The Way I Die (Paperback)
Pegasus Books, 9781643131573, 224pp.
Publication Date: June 11, 2019
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An explosive thriller from the acclaimed co-creator of "Chicago Fire" featuring his dynamic and compelling anti-hero, Columbus.
The way I die is two taps to the head, stuffed in the trunk of a rental sedan, my body set on fire. The way I die is both arms broken, both legs broken, tossed off a cigarette boat in the middle of Lake Michigan, bricks in my pockets to weigh down the corpse. The way I die is acid in a bathtub, pushed out of an airplane, strung up and gutted in an old textile warehouse in Boston. My name is Copeland. My name is Columbus. The way I die is a shotgun in my mouth, my finger on the trigger.
It is the middle of February on Mackinac Island, a tiny community off the northern Michigan coast. But Columbus isn't here to enjoy the picturesque surroundings. Reeling after the death of his wife and relinquishing his son, he lives in isolation—in self-imposed punishment and exile. Forgotten and alone. Nameless to his neighbors. But even if he runs and hides, Columbus is never alone for long.
Ten years after Columbus—one of the most original anti-heroes in contemporary fiction—first exploded onto the scene in The Silver Bear, Derek Haas delivers another riveting thriller that promises heart-pounding action and shocking twists until the very last page.
About the Author
Praise For The Way I Die: A Novel…
Haas succeeds at making our slightly evolved Columbus as intriguing (and screen-worthy) in this fifth episode as he was in our first dangerous glimpse of him.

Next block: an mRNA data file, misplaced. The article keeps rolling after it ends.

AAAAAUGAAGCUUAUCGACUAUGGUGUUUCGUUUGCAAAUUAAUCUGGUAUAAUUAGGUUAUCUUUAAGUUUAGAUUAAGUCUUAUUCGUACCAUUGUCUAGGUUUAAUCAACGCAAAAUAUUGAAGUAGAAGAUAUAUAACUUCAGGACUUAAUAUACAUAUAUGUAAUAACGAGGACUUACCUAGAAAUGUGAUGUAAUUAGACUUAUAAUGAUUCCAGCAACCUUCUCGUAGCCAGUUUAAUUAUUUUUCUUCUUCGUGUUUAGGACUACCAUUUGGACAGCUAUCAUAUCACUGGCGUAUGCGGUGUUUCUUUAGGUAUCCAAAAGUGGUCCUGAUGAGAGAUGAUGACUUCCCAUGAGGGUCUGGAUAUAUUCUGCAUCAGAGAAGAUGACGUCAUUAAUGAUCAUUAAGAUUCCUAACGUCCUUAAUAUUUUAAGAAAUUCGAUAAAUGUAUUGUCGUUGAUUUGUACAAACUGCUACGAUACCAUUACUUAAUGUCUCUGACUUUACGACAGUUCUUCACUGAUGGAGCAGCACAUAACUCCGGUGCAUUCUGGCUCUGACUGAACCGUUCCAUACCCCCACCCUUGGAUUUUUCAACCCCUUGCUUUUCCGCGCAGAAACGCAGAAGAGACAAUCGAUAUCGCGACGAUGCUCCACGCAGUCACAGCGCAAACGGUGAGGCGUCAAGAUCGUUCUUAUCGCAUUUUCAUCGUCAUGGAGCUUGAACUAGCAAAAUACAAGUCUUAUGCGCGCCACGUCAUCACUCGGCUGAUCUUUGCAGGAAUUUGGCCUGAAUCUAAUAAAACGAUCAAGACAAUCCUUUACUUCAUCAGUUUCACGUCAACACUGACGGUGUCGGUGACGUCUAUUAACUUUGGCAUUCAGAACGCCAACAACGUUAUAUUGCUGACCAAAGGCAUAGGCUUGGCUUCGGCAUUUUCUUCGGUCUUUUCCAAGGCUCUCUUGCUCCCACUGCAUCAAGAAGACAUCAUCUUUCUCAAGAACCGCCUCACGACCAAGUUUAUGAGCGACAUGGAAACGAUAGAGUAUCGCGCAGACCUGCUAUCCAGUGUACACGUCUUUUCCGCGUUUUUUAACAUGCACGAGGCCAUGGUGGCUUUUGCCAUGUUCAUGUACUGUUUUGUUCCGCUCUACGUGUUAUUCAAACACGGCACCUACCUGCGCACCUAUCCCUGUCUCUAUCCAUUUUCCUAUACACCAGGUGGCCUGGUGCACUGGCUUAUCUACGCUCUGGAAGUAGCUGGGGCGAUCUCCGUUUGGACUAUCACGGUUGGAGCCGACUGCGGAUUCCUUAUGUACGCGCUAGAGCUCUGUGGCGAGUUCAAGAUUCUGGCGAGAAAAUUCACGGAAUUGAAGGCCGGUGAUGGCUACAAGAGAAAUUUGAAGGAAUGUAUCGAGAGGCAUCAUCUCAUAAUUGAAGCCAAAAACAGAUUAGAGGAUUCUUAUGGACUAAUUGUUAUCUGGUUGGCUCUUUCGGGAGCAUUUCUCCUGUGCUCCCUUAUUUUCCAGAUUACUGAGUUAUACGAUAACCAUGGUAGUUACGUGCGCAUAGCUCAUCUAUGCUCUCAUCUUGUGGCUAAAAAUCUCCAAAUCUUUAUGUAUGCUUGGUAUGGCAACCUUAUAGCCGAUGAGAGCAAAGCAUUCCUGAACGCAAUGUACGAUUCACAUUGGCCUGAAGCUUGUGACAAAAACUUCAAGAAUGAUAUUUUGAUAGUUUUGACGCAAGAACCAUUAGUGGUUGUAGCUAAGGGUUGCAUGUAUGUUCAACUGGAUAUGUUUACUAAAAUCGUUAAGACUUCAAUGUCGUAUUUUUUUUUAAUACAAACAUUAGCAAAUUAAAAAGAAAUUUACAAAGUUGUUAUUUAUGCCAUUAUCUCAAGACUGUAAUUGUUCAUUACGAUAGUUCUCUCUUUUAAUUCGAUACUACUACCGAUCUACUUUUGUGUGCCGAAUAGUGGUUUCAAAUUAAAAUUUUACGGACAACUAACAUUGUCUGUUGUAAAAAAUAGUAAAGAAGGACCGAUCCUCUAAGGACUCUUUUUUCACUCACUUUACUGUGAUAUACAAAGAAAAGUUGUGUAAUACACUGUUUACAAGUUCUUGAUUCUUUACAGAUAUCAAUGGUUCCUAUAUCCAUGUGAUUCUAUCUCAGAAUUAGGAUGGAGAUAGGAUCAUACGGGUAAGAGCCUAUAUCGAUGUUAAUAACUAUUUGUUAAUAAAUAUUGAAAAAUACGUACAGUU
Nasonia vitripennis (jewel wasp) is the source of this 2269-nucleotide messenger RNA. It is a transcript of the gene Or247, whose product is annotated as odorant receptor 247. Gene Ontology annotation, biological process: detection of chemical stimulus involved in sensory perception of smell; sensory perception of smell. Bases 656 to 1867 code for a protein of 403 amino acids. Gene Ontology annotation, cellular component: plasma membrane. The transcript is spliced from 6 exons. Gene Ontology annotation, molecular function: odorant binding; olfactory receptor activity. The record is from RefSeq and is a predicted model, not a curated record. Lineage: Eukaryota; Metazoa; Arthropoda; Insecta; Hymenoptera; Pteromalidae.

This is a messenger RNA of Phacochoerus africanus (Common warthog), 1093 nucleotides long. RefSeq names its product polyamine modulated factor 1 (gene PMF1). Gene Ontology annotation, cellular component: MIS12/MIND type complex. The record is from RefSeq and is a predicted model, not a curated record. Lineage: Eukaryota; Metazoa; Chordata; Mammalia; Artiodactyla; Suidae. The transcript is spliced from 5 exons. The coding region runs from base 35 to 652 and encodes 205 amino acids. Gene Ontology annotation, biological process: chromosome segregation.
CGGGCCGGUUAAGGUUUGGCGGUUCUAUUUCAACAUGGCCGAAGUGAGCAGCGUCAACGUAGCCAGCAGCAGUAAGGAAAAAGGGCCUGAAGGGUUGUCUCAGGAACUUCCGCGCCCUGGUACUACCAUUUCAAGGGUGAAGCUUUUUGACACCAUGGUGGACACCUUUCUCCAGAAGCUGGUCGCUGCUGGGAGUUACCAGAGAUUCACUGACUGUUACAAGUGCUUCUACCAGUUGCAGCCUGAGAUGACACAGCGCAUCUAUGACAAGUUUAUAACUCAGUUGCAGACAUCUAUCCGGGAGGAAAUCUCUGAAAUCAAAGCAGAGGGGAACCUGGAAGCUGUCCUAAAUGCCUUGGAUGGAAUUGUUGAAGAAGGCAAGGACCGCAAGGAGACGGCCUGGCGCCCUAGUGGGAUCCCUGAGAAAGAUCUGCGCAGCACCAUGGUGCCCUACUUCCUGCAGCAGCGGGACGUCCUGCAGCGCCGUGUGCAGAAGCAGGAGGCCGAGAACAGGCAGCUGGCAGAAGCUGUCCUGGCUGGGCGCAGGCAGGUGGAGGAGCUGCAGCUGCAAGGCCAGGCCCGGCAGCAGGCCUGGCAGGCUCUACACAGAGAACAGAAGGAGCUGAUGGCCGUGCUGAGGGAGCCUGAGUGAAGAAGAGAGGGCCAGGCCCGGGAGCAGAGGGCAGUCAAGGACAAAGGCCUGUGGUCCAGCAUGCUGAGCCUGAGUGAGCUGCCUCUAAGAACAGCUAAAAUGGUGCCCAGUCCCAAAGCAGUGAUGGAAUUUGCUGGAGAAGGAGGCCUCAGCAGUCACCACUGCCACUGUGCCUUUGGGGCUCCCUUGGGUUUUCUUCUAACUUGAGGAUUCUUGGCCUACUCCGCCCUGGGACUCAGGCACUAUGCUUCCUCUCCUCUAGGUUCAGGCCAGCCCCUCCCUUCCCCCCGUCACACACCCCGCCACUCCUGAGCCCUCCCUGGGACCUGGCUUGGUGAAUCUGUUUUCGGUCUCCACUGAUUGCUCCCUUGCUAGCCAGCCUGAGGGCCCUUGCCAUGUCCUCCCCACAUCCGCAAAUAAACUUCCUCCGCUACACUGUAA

Gripping. Haas packs solid suspense, vivid action, and well-developed characters into a tight plot that never lags.
The beauty of Haas’s prose comes from his understanding of the economy of language. The writing in this book is sharp and to the point. Columbus is now easily recognizable as one of the best antiheroes in contemporary crime fiction. A very entertaining read. In the era of bloated thrillers, a book like The Way I Die is refreshing. It is quick, brutal, and packed with moments of self-reflection and tenderness. Furthermore, it proves that Haas is still in fine form and producing the kind of explosive literature that has made him a household name.
Introduces a plot that takes this self-exiled assassin to the Pacific Northwest to protect a software inventor from being eliminated by persons or governments unknown. But there’s no time to linger on the particulars when Columbus is stocking up on the latest weaponry and getting ready to face a killer as cool as he is.
A tense, tightly coiled plot that erupts with action on almost every page. Although Copeland’s last outing was three years ago, Haas seamlessly picks up the mantle of his character, quickly re-establishing the world of his assassin. Amid the solid action, Haas also explores Copeland’s identity crisis. Is he the cold-blooded killer Columbus, or the reinvented Copeland? Is he “the sword” or “the armor”? he wonders.
Haas doesn’t know how to write a boring page.
Haas’s absorbing fourth thriller featuring the contract killer known as Columbus tests the proposition expressed in the book that 'lies are popular and truth is the uninvited guest who spoils the party.' The well-constructed conclusion packs a powerful punch.
A devastatingly cool series.
Haas builds characters who are complicated, memorable, and sharply drawn. His spare, lean prose wastes no words. Haas develops a powerful and compelling voice and spends his scant 200 pages building suspense, creating atmosphere, and telling a compelling yarn. An unflinching little gem of a story: violent, dark, and unrelentingly entertaining.
A page turner. A spare thriller fueled by a sinewy plot. Propulsive plotting and compellingly written.